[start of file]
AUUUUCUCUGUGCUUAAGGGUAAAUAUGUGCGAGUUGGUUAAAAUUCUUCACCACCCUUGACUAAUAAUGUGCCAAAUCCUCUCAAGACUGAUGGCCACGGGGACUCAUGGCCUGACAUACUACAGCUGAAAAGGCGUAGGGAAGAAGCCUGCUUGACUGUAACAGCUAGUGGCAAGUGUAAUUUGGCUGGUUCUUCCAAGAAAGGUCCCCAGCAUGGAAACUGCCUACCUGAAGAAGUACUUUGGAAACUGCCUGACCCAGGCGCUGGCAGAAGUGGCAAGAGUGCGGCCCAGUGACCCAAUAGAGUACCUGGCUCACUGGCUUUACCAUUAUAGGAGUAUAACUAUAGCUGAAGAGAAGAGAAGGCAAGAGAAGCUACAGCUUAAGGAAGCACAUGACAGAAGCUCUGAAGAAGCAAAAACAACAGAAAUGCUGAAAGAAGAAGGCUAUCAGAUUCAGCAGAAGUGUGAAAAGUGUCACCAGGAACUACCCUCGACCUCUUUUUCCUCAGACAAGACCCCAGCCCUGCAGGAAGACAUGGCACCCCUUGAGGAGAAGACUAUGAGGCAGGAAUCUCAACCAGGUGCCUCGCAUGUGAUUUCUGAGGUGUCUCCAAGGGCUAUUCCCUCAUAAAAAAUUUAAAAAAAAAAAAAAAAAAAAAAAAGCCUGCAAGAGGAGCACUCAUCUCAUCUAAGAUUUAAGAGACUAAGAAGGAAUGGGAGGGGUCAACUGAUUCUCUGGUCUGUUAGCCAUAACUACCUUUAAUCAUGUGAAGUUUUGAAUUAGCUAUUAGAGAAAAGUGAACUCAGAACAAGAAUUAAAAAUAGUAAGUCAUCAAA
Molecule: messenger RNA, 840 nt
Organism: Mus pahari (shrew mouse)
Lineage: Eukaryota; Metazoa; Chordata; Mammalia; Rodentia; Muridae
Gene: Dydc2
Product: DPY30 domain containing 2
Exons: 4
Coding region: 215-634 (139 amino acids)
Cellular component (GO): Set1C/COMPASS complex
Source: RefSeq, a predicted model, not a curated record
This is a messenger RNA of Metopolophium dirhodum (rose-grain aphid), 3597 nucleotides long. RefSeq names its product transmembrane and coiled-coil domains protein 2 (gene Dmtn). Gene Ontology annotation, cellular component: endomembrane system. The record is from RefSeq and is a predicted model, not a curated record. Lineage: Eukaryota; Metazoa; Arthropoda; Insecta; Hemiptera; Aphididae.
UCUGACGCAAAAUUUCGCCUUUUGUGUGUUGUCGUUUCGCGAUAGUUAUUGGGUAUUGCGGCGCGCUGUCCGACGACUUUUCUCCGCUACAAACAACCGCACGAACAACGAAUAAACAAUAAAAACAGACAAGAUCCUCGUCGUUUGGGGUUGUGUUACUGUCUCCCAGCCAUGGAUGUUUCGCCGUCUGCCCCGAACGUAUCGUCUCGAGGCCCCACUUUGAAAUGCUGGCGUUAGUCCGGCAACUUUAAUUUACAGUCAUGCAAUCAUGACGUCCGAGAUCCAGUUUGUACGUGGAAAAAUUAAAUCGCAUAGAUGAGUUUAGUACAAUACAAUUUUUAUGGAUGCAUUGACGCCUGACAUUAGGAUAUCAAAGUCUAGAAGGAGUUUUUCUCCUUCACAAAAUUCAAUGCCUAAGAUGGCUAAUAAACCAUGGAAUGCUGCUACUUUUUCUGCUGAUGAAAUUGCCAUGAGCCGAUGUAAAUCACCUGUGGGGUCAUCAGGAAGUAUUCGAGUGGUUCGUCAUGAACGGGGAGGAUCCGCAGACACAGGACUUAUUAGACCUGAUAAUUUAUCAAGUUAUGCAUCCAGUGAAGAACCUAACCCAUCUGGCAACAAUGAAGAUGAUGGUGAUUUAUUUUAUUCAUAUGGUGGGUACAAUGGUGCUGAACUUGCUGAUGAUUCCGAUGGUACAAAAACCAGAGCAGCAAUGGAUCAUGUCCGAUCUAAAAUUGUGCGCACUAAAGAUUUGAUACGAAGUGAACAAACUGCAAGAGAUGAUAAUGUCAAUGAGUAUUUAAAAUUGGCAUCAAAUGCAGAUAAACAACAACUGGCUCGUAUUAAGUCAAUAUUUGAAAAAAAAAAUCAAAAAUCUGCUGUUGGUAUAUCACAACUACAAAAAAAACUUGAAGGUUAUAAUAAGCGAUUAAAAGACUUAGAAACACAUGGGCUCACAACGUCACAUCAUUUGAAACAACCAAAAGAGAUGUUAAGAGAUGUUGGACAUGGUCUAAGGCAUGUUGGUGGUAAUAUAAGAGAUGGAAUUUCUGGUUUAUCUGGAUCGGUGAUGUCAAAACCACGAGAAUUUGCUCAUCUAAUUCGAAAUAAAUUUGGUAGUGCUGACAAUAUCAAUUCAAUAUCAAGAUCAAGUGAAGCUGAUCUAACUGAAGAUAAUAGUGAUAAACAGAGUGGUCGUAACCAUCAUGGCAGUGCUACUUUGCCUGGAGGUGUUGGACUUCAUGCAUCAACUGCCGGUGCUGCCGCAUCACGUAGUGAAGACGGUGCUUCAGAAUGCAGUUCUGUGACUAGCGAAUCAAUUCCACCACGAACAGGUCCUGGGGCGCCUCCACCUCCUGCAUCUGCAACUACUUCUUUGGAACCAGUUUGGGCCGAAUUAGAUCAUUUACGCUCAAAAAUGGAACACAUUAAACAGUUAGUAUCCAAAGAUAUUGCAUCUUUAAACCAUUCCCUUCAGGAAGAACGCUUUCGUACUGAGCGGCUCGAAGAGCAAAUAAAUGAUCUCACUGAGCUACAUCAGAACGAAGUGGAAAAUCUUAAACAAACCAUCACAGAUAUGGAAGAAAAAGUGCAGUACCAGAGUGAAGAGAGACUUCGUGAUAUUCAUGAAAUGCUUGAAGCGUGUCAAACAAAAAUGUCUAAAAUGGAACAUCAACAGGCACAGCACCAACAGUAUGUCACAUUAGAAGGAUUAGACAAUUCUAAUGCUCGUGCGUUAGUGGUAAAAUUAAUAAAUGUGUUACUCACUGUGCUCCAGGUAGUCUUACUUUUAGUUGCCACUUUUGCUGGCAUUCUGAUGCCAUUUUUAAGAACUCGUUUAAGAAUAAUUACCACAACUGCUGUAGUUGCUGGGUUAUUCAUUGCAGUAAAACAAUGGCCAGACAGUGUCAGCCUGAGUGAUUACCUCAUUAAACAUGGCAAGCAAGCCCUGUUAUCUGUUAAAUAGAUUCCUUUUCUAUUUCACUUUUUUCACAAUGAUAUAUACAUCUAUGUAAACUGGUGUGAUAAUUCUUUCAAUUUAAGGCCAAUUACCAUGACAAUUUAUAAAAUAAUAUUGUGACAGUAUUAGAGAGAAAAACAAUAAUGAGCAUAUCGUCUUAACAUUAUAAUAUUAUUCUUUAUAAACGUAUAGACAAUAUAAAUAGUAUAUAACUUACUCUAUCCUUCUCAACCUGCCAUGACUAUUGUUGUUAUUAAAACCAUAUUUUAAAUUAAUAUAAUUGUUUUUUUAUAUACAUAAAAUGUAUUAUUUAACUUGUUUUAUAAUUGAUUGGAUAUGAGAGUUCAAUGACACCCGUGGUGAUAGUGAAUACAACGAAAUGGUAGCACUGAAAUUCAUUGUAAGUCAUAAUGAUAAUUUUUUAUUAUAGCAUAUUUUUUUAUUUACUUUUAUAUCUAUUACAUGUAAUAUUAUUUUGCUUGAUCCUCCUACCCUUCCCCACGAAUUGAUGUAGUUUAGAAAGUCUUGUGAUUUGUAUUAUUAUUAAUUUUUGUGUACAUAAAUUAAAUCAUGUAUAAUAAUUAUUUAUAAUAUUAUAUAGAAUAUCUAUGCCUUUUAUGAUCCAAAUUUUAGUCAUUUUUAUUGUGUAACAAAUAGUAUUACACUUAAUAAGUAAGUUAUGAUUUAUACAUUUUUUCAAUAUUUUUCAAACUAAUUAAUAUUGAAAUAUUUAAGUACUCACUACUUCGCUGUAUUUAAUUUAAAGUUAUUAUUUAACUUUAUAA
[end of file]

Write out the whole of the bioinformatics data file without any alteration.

AUUUUCUCUGUGCUUAAGGGUAAAUAUGUGCGAGUUGGUUAAAAUUCUUCACCACCCUUGACUAAUAAUGUGCCAAAUCCUCUCAAGACUGAUGGCCACGGGGACUCAUGGCCUGACAUACUACAGCUGAAAAGGCGUAGGGAAGAAGCCUGCUUGACUGUAACAGCUAGUGGCAAGUGUAAUUUGGCUGGUUCUUCCAAGAAAGGUCCCCAGCAUGGAAACUGCCUACCUGAAGAAGUACUUUGGAAACUGCCUGACCCAGGCGCUGGCAGAAGUGGCAAGAGUGCGGCCCAGUGACCCAAUAGAGUACCUGGCUCACUGGCUUUACCAUUAUAGGAGUAUAACUAUAGCUGAAGAGAAGAGAAGGCAAGAGAAGCUACAGCUUAAGGAAGCACAUGACAGAAGCUCUGAAGAAGCAAAAACAACAGAAAUGCUGAAAGAAGAAGGCUAUCAGAUUCAGCAGAAGUGUGAAAAGUGUCACCAGGAACUACCCUCGACCUCUUUUUCCUCAGACAAGACCCCAGCCCUGCAGGAAGACAUGGCACCCCUUGAGGAGAAGACUAUGAGGCAGGAAUCUCAACCAGGUGCCUCGCAUGUGAUUUCUGAGGUGUCUCCAAGGGCUAUUCCCUCAUAAAAAAUUUAAAAAAAAAAAAAAAAAAAAAAAAGCCUGCAAGAGGAGCACUCAUCUCAUCUAAGAUUUAAGAGACUAAGAAGGAAUGGGAGGGGUCAACUGAUUCUCUGGUCUGUUAGCCAUAACUACCUUUAAUCAUGUGAAGUUUUGAAUUAGCUAUUAGAGAAAAGUGAACUCAGAACAAGAAUUAAAAAUAGUAAGUCAUCAAA
Molecule: messenger RNA, 840 nt
Organism: Mus pahari (shrew mouse)
Lineage: Eukaryota; Metazoa; Chordata; Mammalia; Rodentia; Muridae
Gene: Dydc2
Product: DPY30 domain containing 2
Exons: 4
Coding region: 215-634 (139 amino acids)
Cellular component (GO): Set1C/COMPASS complex
Source: RefSeq, a predicted model, not a curated record
This is a messenger RNA of Metopolophium dirhodum (rose-grain aphid), 3597 nucleotides long. RefSeq names its product transmembrane and coiled-coil domains protein 2 (gene Dmtn). Gene Ontology annotation, cellular component: endomembrane system. The record is from RefSeq and is a predicted model, not a curated record. Lineage: Eukaryota; Metazoa; Arthropoda; Insecta; Hemiptera; Aphididae.
UCUGACGCAAAAUUUCGCCUUUUGUGUGUUGUCGUUUCGCGAUAGUUAUUGGGUAUUGCGGCGCGCUGUCCGACGACUUUUCUCCGCUACAAACAACCGCACGAACAACGAAUAAACAAUAAAAACAGACAAGAUCCUCGUCGUUUGGGGUUGUGUUACUGUCUCCCAGCCAUGGAUGUUUCGCCGUCUGCCCCGAACGUAUCGUCUCGAGGCCCCACUUUGAAAUGCUGGCGUUAGUCCGGCAACUUUAAUUUACAGUCAUGCAAUCAUGACGUCCGAGAUCCAGUUUGUACGUGGAAAAAUUAAAUCGCAUAGAUGAGUUUAGUACAAUACAAUUUUUAUGGAUGCAUUGACGCCUGACAUUAGGAUAUCAAAGUCUAGAAGGAGUUUUUCUCCUUCACAAAAUUCAAUGCCUAAGAUGGCUAAUAAACCAUGGAAUGCUGCUACUUUUUCUGCUGAUGAAAUUGCCAUGAGCCGAUGUAAAUCACCUGUGGGGUCAUCAGGAAGUAUUCGAGUGGUUCGUCAUGAACGGGGAGGAUCCGCAGACACAGGACUUAUUAGACCUGAUAAUUUAUCAAGUUAUGCAUCCAGUGAAGAACCUAACCCAUCUGGCAACAAUGAAGAUGAUGGUGAUUUAUUUUAUUCAUAUGGUGGGUACAAUGGUGCUGAACUUGCUGAUGAUUCCGAUGGUACAAAAACCAGAGCAGCAAUGGAUCAUGUCCGAUCUAAAAUUGUGCGCACUAAAGAUUUGAUACGAAGUGAACAAACUGCAAGAGAUGAUAAUGUCAAUGAGUAUUUAAAAUUGGCAUCAAAUGCAGAUAAACAACAACUGGCUCGUAUUAAGUCAAUAUUUGAAAAAAAAAAUCAAAAAUCUGCUGUUGGUAUAUCACAACUACAAAAAAAACUUGAAGGUUAUAAUAAGCGAUUAAAAGACUUAGAAACACAUGGGCUCACAACGUCACAUCAUUUGAAACAACCAAAAGAGAUGUUAAGAGAUGUUGGACAUGGUCUAAGGCAUGUUGGUGGUAAUAUAAGAGAUGGAAUUUCUGGUUUAUCUGGAUCGGUGAUGUCAAAACCACGAGAAUUUGCUCAUCUAAUUCGAAAUAAAUUUGGUAGUGCUGACAAUAUCAAUUCAAUAUCAAGAUCAAGUGAAGCUGAUCUAACUGAAGAUAAUAGUGAUAAACAGAGUGGUCGUAACCAUCAUGGCAGUGCUACUUUGCCUGGAGGUGUUGGACUUCAUGCAUCAACUGCCGGUGCUGCCGCAUCACGUAGUGAAGACGGUGCUUCAGAAUGCAGUUCUGUGACUAGCGAAUCAAUUCCACCACGAACAGGUCCUGGGGCGCCUCCACCUCCUGCAUCUGCAACUACUUCUUUGGAACCAGUUUGGGCCGAAUUAGAUCAUUUACGCUCAAAAAUGGAACACAUUAAACAGUUAGUAUCCAAAGAUAUUGCAUCUUUAAACCAUUCCCUUCAGGAAGAACGCUUUCGUACUGAGCGGCUCGAAGAGCAAAUAAAUGAUCUCACUGAGCUACAUCAGAACGAAGUGGAAAAUCUUAAACAAACCAUCACAGAUAUGGAAGAAAAAGUGCAGUACCAGAGUGAAGAGAGACUUCGUGAUAUUCAUGAAAUGCUUGAAGCGUGUCAAACAAAAAUGUCUAAAAUGGAACAUCAACAGGCACAGCACCAACAGUAUGUCACAUUAGAAGGAUUAGACAAUUCUAAUGCUCGUGCGUUAGUGGUAAAAUUAAUAAAUGUGUUACUCACUGUGCUCCAGGUAGUCUUACUUUUAGUUGCCACUUUUGCUGGCAUUCUGAUGCCAUUUUUAAGAACUCGUUUAAGAAUAAUUACCACAACUGCUGUAGUUGCUGGGUUAUUCAUUGCAGUAAAACAAUGGCCAGACAGUGUCAGCCUGAGUGAUUACCUCAUUAAACAUGGCAAGCAAGCCCUGUUAUCUGUUAAAUAGAUUCCUUUUCUAUUUCACUUUUUUCACAAUGAUAUAUACAUCUAUGUAAACUGGUGUGAUAAUUCUUUCAAUUUAAGGCCAAUUACCAUGACAAUUUAUAAAAUAAUAUUGUGACAGUAUUAGAGAGAAAAACAAUAAUGAGCAUAUCGUCUUAACAUUAUAAUAUUAUUCUUUAUAAACGUAUAGACAAUAUAAAUAGUAUAUAACUUACUCUAUCCUUCUCAACCUGCCAUGACUAUUGUUGUUAUUAAAACCAUAUUUUAAAUUAAUAUAAUUGUUUUUUUAUAUACAUAAAAUGUAUUAUUUAACUUGUUUUAUAAUUGAUUGGAUAUGAGAGUUCAAUGACACCCGUGGUGAUAGUGAAUACAACGAAAUGGUAGCACUGAAAUUCAUUGUAAGUCAUAAUGAUAAUUUUUUAUUAUAGCAUAUUUUUUUAUUUACUUUUAUAUCUAUUACAUGUAAUAUUAUUUUGCUUGAUCCUCCUACCCUUCCCCACGAAUUGAUGUAGUUUAGAAAGUCUUGUGAUUUGUAUUAUUAUUAAUUUUUGUGUACAUAAAUUAAAUCAUGUAUAAUAAUUAUUUAUAAUAUUAUAUAGAAUAUCUAUGCCUUUUAUGAUCCAAAUUUUAGUCAUUUUUAUUGUGUAACAAAUAGUAUUACACUUAAUAAGUAAGUUAUGAUUUAUACAUUUUUUCAAUAUUUUUCAAACUAAUUAAUAUUGAAAUAUUUAAGUACUCACUACUUCGCUGUAUUUAAUUUAAAGUUAUUAUUUAACUUUAUAA